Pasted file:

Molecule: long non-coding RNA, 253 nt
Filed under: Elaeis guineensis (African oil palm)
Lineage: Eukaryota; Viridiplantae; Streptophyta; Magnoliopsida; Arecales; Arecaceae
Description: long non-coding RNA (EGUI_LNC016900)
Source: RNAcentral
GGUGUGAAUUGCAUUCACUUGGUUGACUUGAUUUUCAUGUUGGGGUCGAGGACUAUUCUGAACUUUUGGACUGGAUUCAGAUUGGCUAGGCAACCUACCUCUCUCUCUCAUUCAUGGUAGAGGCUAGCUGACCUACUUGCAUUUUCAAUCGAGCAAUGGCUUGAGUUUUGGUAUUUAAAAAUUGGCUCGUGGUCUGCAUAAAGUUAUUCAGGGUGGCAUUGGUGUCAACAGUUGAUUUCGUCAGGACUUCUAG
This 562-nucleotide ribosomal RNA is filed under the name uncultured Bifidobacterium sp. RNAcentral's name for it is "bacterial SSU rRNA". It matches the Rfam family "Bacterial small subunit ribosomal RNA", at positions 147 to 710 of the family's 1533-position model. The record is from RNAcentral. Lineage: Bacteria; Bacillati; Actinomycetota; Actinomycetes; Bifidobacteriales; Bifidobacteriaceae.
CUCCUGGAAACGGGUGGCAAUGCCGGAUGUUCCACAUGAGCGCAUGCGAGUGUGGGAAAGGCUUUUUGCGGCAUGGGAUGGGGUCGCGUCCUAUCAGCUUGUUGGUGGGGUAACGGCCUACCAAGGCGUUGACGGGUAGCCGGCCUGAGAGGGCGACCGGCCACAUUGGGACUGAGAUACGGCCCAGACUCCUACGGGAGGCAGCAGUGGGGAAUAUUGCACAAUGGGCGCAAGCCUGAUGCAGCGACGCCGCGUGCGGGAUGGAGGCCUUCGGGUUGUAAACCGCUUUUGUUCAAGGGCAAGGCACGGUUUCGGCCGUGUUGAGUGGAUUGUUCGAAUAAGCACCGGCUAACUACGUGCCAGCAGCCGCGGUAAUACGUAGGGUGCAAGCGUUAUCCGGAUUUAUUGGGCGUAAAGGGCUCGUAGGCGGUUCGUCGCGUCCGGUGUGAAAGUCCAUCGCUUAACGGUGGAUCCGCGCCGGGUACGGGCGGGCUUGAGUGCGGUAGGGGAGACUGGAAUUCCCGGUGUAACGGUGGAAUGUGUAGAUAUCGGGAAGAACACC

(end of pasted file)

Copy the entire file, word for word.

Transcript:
Molecule: long non-coding RNA, 253 nt
Filed under: Elaeis guineensis (African oil palm)
Lineage: Eukaryota; Viridiplantae; Streptophyta; Magnoliopsida; Arecales; Arecaceae
Description: long non-coding RNA (EGUI_LNC016900)
Source: RNAcentral
GGUGUGAAUUGCAUUCACUUGGUUGACUUGAUUUUCAUGUUGGGGUCGAGGACUAUUCUGAACUUUUGGACUGGAUUCAGAUUGGCUAGGCAACCUACCUCUCUCUCUCAUUCAUGGUAGAGGCUAGCUGACCUACUUGCAUUUUCAAUCGAGCAAUGGCUUGAGUUUUGGUAUUUAAAAAUUGGCUCGUGGUCUGCAUAAAGUUAUUCAGGGUGGCAUUGGUGUCAACAGUUGAUUUCGUCAGGACUUCUAG
This 562-nucleotide ribosomal RNA is filed under the name uncultured Bifidobacterium sp. RNAcentral's name for it is "bacterial SSU rRNA". It matches the Rfam family "Bacterial small subunit ribosomal RNA", at positions 147 to 710 of the family's 1533-position model. The record is from RNAcentral. Lineage: Bacteria; Bacillati; Actinomycetota; Actinomycetes; Bifidobacteriales; Bifidobacteriaceae.
CUCCUGGAAACGGGUGGCAAUGCCGGAUGUUCCACAUGAGCGCAUGCGAGUGUGGGAAAGGCUUUUUGCGGCAUGGGAUGGGGUCGCGUCCUAUCAGCUUGUUGGUGGGGUAACGGCCUACCAAGGCGUUGACGGGUAGCCGGCCUGAGAGGGCGACCGGCCACAUUGGGACUGAGAUACGGCCCAGACUCCUACGGGAGGCAGCAGUGGGGAAUAUUGCACAAUGGGCGCAAGCCUGAUGCAGCGACGCCGCGUGCGGGAUGGAGGCCUUCGGGUUGUAAACCGCUUUUGUUCAAGGGCAAGGCACGGUUUCGGCCGUGUUGAGUGGAUUGUUCGAAUAAGCACCGGCUAACUACGUGCCAGCAGCCGCGGUAAUACGUAGGGUGCAAGCGUUAUCCGGAUUUAUUGGGCGUAAAGGGCUCGUAGGCGGUUCGUCGCGUCCGGUGUGAAAGUCCAUCGCUUAACGGUGGAUCCGCGCCGGGUACGGGCGGGCUUGAGUGCGGUAGGGGAGACUGGAAUUCCCGGUGUAACGGUGGAAUGUGUAGAUAUCGGGAAGAACACC